|The U.S. proposes a new round of trade talks with China. More Wall Street heavy hitters sound warnings on the outlook for the American economy. And Apple unveils its latest iPhone and watch. Here are some of the things people in markets are talking about.
U.S. Floats New Round of China Trade Talks
The U.S. government has proposed another round of trade talks with Beijing to avoid further escalation in President Donald Trump’s trade war with China, according to three people familiar with the matter. U.S. equities briefly rose on expectations the development could ease growing tensions. Senior officials led by Treasury Secretary Steven Mnuchin recently extended the invitation to counterparts in China, the people said, speaking on condition of anonymity. One of the people said the talks, if agreed to by the Chinese, are likely to take place in Washington. The proposal may reduce bilateral tensions just days after Trump threatened to slap tariffs on nearly all goods the U.S. buys from China. Futures on equities in Hong Kong and China rose, and the Australian dollar also got a boost.
Tech Drop Offsets Trade Hopes
Stocks in the U.S. initially cheered the news of potential trade talks, but a drop in tech left the S&P 500 little changed by the end of the session. Chipmakers declined after Goldman Sachs and Stifel downgraded several U.S. companies amid mounting industry concerns. Oil surged, sending Brent above $80 a barrel for the first time since May, as Hurricane Florence took aim at the U.S. East Coast and amid signs global supplies are shrinking. The dollar sank the most in two weeks amid disappointing U.S. producer inflation numbers and optimism over Nafta negotiations, which boosted the Canadian dollar. Treasuries retreated from their highs but held gains.
Goldman, Dalio Sound Alarm
Billionaire hedge fund manager Ray Dalio predicted the U.S. economy is about two years from a downturn, which will see the dollar plunge as the government prints money to fund a swelling deficit. The combination of rising interest rates and mounting costs from pension and healthcare obligations will put pressure on the budget, the founder of Bridgewater Associates told Bloomberg Television. “We have to sell a lot of Treasury bonds, and we as Americans will not be able to buy all those treasury bonds,” he said. “The Federal Reserve will have to print more money to make up for the deficit, will have to monetize more, and that’ll cause a depreciation in the value of the dollar.” Meanwhile, the warnings from Wall Street are only getting louder. Goldman Sachs and JPMorgan Chase are the latest to weigh in, highlighting the potential danger to corporate America if a full-blown trade war erupts. Goldman chief strategist David Kostin went as as far as calling for a bear market under a scenario where the U.S. imposed 10 percent tariffs on all imports.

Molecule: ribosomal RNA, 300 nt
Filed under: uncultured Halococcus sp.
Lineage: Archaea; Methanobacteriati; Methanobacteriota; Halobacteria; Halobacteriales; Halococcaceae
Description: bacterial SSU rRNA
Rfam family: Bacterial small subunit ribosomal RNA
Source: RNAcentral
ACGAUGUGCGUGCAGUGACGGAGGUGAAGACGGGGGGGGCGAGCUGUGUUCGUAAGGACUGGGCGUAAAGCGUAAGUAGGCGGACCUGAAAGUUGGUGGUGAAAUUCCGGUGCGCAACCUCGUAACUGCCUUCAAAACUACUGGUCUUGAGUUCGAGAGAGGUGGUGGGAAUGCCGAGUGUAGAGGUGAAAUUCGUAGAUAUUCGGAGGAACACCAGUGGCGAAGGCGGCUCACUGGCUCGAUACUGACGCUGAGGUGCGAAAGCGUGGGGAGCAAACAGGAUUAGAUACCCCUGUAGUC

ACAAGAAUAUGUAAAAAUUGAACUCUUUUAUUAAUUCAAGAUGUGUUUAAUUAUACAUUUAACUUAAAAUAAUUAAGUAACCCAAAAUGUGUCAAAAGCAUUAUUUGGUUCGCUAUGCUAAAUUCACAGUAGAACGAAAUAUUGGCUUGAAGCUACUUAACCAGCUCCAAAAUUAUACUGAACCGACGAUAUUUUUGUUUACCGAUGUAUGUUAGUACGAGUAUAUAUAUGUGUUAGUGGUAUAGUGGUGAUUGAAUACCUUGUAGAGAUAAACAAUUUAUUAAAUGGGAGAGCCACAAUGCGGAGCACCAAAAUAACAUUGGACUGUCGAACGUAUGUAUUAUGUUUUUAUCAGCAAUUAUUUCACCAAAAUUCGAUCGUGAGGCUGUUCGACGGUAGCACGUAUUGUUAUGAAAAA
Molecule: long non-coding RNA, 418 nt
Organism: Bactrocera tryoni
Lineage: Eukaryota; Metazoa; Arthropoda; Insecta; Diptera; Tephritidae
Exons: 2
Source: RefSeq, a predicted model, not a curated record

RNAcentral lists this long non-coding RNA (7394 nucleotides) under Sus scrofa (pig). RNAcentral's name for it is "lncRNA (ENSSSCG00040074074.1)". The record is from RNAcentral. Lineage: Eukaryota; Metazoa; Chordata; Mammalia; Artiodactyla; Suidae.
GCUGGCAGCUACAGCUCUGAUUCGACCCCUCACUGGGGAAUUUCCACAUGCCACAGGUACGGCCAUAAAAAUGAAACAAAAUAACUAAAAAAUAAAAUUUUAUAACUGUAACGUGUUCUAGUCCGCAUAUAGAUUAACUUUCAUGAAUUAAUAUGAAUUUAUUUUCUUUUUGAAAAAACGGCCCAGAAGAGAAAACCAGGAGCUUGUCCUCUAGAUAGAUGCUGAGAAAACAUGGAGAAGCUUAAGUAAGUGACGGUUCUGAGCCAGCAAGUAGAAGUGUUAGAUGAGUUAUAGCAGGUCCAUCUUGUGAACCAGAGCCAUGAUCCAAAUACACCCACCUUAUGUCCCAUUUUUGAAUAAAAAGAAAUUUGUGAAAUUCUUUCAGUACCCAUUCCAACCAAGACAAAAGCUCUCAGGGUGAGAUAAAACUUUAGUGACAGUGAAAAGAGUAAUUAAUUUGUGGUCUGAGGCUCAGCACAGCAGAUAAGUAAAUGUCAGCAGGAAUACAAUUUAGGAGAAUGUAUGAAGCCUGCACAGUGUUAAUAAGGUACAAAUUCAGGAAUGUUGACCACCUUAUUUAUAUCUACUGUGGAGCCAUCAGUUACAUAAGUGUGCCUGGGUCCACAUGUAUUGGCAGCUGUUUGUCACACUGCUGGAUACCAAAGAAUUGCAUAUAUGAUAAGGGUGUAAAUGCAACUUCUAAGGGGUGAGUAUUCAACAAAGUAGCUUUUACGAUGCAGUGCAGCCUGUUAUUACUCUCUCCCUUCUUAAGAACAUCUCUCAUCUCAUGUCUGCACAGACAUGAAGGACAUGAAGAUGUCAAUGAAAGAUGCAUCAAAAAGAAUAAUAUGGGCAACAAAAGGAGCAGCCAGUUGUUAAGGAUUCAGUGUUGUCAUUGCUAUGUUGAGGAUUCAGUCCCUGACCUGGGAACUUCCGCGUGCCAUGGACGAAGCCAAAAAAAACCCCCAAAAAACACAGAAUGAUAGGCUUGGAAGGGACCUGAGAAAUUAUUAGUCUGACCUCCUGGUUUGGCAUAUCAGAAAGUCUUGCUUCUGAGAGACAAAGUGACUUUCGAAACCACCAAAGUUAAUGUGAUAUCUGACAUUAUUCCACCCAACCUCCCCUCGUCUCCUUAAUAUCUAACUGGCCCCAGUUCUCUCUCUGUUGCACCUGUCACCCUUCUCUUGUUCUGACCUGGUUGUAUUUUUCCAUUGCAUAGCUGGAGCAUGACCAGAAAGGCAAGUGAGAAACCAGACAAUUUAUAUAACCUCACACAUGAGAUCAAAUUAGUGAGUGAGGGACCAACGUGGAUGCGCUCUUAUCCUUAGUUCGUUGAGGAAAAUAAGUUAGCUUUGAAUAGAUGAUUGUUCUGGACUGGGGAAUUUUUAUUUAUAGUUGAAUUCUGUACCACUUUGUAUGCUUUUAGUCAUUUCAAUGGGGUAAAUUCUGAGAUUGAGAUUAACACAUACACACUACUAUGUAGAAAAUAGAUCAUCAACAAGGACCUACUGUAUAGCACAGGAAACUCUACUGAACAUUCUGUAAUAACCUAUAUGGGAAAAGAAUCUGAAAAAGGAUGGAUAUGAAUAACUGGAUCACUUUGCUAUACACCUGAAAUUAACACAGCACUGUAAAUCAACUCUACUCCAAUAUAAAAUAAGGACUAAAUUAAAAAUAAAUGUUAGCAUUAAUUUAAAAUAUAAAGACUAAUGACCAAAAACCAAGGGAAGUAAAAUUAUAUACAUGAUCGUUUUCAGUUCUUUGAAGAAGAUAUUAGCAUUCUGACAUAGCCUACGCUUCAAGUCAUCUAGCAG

Apple Unveils Biggest-Ever iPhone
Apple took the wraps off a renewed iPhone strategy on Wednesday, debuting a trio of phones that aim to spread the company’s latest technology to a broader audience. The iPhone Xs, starting at $999, succeeds last year’s flagship model with a faster A12 processor and updated cameras. The iPhone Xs Max is a higher-end version with a 6.5-inch OLED screen, making it one of the biggest on the market — and one of the most-expensive at $1,099 and up. There are 512 GB storage options for the first time. The third model, called the Xr, is Apple’s biggest hardware bet of 2018. It retains the key advances of the first iPhone X — facial recognition and an edge-to-edge display — but is cheaper while being noticeably larger at 6.1 inches. Apple also unveiled the most-significant upgrades to the Apple Watch since it first went on sale in 2015, turning the product into more of a health monitoring device.
It’s a light data day in Asia, with Japanese PPI and Aussie jobs the highlights. But the major action will be elsewhere. The European afternoon brings policy decisions from the European Central Bank and the Bank of England. Both are expected to hold rates steady, but the ECB is poised to tweak forecasts lower as global trade tensions damp external demand, people familiar said. In Britain, optimism over a potential Brexit deal could lead to a more hawkish-sounding BOE driving the currency higher. In the U.S., traders will be anxiously awaiting the CPI report. A Federal Reserve survey Wednesday said tariffs were contributing to rising input costs, especially for manufacturers.
What we’ve been reading
This is what caught our eye over the last 24 hours.
And finally, here’s what David’s interested in this morning
There’s never a dull year in the Chinese market. Either stocks knock on heaven’s door or they find new ways of moving closer to the earth’s core. Over the last 14 calendar years, the Shanghai Composite Index has appeared nine times in either the top or bottom 10 among all stock indices globally. In 2008 and 2011, when it didn’t make that cut, we still had downward moves of 65 percent and 22 percent respectively. And in four years where the returns seemed normal (2012, 2013, 2015 and 2017), the index swung by an average of 24 percent within the calendar year.
Right now China is effectively tied for last place with Turkey on global equity rankings. This sets up a potentially epic fourth quarter. More of our guests have started looking more closely at the market. Two days ago it was David Gaud of Pictet Wealth Management, and yesterday it was Brett McGonegal of Seven Stars Cloud Group. That’s at least two voices this week alone who’ve advised keeping an eye on China. What’s important here is that the equation is binary. It’s probably the only market in the world of its size whose complexion can change on a headline. When it takes off, conventional measures of market momentum don’t really apply. A positive trigger isn’t obvious at this point. But don’t count this one out just yet.